The major restoration campaign saw the replacement of the inefficient HVAC and electrical systems, as well as repurposed spaces inside the Smith Building and the Main Building. The Sanctuary was restored with enhanced acoustical and lighting systems. This property has been listed as part of the Fisher Park National Register Historic District listing since 1991.
Revolution Mill Carpenter Shop, 1923
2003 Yanceyville Street
The Revolution Mill is one of the most important industrial complexes in North Carolina. It has the distinction of being the first modern flannel mill in the American South, and by the 1930s, the mill was the largest exclusive flannel producer in the world. Most of the buildings related to the Revolution Mill complex were erected in three major periods of expansion dating to 1900, 1904, and the final stage in 1915. Construction methods and floor plans of the mill are typical of textile plants built during the period, with massive wood beams and large windows for natural light. In 1923 outbuildings were added to the property for cotton storage and shipping. Operations ceased in the complex in 1982 and it was placed on the National Register in 1983.
Picking up on earlier restoration efforts by Self Help Credit Union and architect Eddie Belk, the proprietors of Natty Greene’s continued the creative reuse of the cotton storage and shipping outbuildings as Natty Greene’s Kitchen + Market. Opened in 2017, the restaurant includes multi-level spaces, exposed utilities, and an innovative flood protection system. The project leveraged Historic Preservation Tax Credits and was approved for recognition as the 100th Guilford County Landmark by Greensboro City Council in 2016.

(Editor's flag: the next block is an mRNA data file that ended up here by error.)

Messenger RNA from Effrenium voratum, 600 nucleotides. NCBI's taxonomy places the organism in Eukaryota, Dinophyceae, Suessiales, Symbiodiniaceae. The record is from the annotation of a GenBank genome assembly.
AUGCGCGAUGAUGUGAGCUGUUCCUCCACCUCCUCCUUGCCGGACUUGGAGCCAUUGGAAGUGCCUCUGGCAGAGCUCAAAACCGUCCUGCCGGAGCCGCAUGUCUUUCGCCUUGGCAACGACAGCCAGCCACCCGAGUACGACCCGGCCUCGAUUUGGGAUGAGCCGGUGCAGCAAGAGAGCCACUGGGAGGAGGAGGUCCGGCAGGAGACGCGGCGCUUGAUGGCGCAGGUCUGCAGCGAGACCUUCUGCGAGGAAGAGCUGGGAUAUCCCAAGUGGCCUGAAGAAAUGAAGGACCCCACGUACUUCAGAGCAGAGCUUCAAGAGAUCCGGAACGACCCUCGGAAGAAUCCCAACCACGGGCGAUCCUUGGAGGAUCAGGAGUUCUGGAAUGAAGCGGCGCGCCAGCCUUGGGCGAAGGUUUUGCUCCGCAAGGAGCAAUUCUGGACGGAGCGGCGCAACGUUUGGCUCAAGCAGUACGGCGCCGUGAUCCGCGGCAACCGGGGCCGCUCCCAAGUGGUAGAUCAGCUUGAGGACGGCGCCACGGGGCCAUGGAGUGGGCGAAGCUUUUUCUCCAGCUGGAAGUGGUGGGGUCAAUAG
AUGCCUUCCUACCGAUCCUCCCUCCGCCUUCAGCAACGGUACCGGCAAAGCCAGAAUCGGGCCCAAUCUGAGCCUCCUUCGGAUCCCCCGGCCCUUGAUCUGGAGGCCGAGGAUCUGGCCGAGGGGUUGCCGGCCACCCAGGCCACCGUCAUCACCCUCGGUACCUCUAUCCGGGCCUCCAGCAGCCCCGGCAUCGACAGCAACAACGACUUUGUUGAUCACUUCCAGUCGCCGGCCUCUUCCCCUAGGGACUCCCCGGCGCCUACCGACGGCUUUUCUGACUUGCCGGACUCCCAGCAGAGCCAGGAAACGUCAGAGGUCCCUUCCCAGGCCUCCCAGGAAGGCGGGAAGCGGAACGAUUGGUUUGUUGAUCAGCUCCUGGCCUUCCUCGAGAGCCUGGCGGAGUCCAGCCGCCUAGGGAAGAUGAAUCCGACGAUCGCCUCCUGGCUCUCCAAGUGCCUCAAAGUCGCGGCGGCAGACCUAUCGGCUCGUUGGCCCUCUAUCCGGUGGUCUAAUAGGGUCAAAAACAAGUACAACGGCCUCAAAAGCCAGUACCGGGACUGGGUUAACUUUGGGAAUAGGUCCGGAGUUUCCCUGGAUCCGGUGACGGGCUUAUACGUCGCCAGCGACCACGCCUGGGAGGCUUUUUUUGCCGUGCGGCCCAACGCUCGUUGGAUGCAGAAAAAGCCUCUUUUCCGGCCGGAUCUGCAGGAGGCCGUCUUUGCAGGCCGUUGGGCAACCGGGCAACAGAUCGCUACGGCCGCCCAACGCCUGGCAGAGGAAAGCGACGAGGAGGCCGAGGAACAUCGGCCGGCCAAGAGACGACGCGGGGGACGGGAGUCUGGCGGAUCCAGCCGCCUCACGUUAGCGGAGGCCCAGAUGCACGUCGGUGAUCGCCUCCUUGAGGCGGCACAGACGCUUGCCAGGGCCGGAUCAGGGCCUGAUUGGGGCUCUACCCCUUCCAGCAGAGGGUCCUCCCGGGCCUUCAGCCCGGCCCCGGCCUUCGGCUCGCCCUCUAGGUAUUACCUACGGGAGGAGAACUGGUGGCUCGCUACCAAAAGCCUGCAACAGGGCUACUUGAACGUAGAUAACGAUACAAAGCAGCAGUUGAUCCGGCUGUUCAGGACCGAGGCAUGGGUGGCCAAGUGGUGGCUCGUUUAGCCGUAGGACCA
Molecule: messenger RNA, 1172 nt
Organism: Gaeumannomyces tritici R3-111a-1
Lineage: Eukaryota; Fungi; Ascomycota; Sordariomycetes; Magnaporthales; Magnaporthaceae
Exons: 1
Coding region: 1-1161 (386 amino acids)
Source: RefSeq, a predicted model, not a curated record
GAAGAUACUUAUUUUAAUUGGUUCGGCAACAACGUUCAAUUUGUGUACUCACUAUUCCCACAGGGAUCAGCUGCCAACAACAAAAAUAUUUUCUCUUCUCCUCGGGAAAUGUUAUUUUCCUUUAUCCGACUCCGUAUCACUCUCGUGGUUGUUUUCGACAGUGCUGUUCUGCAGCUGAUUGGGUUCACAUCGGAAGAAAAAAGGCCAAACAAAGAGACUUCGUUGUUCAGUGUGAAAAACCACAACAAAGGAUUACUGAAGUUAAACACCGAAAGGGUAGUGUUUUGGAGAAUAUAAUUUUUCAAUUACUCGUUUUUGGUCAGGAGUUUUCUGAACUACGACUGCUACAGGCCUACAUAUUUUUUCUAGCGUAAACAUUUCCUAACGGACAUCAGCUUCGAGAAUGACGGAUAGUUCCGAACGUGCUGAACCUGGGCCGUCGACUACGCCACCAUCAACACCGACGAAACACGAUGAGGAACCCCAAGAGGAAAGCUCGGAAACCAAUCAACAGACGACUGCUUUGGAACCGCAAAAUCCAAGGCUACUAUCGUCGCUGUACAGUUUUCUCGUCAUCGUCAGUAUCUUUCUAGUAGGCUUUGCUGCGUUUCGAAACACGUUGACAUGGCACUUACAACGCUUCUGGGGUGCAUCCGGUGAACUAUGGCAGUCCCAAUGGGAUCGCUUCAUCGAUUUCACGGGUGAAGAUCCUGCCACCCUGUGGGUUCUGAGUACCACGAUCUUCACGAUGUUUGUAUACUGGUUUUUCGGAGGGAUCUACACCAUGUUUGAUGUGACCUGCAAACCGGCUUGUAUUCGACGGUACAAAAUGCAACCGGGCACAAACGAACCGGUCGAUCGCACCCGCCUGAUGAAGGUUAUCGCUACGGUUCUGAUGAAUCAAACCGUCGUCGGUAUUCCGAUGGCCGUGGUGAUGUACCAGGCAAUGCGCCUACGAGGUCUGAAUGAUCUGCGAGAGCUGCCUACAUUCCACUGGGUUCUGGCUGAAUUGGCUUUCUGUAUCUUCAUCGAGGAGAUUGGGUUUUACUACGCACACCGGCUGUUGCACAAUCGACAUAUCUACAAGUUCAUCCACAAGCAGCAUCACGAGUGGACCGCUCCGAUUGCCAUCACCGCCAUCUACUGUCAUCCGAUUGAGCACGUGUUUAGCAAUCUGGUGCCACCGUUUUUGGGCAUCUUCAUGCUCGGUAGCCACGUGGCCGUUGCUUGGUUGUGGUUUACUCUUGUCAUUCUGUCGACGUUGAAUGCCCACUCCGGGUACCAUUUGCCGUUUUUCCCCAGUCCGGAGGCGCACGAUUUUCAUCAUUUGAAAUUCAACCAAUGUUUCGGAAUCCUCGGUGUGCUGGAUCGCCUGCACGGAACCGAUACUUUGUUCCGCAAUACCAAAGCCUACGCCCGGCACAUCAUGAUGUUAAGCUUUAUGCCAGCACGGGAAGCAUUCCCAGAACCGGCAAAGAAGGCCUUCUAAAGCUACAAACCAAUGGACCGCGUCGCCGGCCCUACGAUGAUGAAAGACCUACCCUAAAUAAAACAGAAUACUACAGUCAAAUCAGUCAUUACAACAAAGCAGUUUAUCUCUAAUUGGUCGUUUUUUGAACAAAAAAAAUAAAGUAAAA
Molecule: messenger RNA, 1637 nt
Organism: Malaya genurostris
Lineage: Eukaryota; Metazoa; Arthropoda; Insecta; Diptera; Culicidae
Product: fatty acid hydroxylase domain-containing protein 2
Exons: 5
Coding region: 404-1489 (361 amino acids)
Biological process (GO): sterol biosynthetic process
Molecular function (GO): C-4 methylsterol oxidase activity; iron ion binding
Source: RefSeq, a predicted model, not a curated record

Hartsook House, 1910
1006 Yanceyville Street
The Hartsook House is a part of the Hendrix Family compound that extends along Hendrix Street from Church Street eastward to Yanceyville Street. Clara Katherine Hendrix was the daughter of Charles A, Hendrix, whose Neoclassical house still stands on the northwest corner of Hendrix and Yanceyville streets. In 1909 she married Charles Henry Hartsook, a salesman for the Peters Cartridge Company. In March 1910, Clara purchased this lot from Caesar and Jeanette Cone for $600 and in September, the Greensboro Record announced the issuance of a building permit for a $2,000 residence to C. H. Hartsook on the property. In 1917 the Dutch Colonial-style house was sold to the Medearis family. The Ricks-Donnell & Medearis Company was well-known for menswear in the first decades of the twentieth century.
In 1989, the North Carolina Children’s Home renamed the house the Harriet L. Tynes Office Building in honor of the organization’s Director from 1944 to 1968. In 2016 the house was sold to the New South Associates, Inc. a women-owned small business that was incorporated in 1988 to provide cultural resource management services. Interior renovations included carpet removal, floor refinishing, new paint new HVAC systems, and reconstruction of the entire front porch. Exterior work on the Dunleath-neighborhood home was completed by Pam Frye as the general contractor.